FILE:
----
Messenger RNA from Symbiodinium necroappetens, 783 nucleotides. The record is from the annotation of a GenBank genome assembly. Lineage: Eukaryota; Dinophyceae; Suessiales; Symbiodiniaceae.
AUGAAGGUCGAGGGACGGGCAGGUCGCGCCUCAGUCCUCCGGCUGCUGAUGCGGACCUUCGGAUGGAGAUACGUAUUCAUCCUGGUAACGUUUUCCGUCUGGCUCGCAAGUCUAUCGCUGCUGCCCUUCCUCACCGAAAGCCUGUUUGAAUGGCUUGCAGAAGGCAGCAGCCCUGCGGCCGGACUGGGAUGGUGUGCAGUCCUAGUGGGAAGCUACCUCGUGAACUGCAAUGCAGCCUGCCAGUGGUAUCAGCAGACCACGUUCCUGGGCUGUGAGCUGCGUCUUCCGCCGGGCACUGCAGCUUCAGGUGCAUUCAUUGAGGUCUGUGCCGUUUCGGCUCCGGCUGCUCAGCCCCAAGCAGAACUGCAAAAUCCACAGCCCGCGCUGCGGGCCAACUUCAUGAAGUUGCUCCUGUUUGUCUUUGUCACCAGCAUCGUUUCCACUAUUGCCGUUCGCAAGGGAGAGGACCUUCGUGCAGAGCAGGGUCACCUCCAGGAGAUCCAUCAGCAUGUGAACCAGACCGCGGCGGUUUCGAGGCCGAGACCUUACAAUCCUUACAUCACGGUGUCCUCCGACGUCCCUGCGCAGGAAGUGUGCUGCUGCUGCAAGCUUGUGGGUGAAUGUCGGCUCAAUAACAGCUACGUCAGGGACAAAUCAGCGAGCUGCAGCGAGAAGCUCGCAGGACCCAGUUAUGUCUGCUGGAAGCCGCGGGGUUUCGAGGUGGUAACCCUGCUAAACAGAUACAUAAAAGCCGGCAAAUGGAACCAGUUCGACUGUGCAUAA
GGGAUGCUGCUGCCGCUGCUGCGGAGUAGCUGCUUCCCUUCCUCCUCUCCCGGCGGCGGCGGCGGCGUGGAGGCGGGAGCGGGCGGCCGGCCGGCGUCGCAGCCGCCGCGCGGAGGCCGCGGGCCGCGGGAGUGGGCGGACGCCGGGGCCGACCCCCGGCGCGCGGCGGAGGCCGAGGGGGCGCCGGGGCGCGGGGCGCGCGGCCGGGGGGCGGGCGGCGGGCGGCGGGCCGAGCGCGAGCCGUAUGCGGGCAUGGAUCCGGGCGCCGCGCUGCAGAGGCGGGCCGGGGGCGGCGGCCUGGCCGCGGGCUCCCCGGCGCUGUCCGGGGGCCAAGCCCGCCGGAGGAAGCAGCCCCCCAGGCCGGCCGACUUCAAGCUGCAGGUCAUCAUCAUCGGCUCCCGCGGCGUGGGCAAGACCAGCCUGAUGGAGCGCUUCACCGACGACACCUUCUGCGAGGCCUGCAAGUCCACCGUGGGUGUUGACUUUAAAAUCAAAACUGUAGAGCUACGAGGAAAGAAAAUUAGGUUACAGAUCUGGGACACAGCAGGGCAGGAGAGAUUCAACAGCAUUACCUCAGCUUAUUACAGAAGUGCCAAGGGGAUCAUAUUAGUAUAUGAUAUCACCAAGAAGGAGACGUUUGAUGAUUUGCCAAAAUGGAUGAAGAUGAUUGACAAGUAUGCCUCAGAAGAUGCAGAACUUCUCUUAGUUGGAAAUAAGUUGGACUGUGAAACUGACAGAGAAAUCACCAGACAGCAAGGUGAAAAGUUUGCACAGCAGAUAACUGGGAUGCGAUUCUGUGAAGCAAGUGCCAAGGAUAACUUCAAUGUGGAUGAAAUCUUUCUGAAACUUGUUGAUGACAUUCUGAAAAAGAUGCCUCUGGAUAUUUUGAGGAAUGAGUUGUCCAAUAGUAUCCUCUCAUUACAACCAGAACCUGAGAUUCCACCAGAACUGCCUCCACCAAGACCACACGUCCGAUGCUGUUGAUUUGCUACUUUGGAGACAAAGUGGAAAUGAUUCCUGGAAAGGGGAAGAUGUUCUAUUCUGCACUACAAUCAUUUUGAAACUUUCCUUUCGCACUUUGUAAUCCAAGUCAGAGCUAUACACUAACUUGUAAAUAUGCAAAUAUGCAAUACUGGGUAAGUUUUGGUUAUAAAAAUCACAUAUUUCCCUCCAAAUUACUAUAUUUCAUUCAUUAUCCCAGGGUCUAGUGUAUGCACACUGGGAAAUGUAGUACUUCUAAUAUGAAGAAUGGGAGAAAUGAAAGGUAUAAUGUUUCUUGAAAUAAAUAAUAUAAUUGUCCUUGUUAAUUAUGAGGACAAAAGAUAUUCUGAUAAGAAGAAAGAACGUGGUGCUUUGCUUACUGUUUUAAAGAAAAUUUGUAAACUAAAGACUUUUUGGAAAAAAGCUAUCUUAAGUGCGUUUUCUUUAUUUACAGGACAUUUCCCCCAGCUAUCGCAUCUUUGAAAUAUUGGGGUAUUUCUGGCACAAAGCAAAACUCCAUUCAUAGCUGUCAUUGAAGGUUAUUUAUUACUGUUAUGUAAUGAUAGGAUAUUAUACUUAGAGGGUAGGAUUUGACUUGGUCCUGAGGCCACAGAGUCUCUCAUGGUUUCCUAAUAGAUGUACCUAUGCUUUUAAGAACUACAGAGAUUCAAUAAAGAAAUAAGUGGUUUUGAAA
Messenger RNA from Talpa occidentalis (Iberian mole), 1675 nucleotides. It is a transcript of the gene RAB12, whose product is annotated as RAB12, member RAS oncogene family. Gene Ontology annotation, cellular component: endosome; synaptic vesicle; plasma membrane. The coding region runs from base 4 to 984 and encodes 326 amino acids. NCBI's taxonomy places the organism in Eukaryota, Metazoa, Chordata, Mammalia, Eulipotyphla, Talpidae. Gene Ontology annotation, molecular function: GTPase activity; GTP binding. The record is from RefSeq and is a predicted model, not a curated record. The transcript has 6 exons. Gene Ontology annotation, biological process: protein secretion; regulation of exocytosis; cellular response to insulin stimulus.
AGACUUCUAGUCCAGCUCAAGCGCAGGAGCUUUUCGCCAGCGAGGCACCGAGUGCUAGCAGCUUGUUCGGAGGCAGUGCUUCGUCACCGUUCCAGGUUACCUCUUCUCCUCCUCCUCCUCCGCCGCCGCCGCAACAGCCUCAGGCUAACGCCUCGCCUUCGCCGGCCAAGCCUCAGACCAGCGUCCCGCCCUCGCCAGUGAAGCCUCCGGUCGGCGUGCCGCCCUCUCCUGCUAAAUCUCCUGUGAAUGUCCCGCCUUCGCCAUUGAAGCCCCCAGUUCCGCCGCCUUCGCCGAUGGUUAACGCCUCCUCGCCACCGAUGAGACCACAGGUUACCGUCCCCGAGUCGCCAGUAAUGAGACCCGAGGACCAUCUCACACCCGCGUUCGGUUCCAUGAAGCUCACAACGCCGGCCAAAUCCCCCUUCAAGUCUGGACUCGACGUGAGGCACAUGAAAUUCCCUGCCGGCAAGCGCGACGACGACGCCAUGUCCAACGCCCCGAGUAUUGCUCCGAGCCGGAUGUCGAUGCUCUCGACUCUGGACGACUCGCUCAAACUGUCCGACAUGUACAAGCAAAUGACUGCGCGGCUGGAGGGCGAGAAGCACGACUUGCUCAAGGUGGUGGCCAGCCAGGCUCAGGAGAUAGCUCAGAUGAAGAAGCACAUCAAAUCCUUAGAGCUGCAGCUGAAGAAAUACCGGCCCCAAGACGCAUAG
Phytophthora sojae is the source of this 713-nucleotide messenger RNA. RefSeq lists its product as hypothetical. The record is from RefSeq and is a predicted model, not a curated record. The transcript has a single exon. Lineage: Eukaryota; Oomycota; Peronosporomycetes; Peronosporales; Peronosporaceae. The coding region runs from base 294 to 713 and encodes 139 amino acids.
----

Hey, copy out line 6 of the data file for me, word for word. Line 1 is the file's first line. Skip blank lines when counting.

Phytophthora sojae is the source of this 713-nucleotide messenger RNA. RefSeq lists its product as hypothetical. The record is from RefSeq and is a predicted model, not a curated record. The transcript has a single exon. Lineage: Eukaryota; Oomycota; Peronosporomycetes; Peronosporales; Peronosporaceae. The coding region runs from base 294 to 713 and encodes 139 amino acids.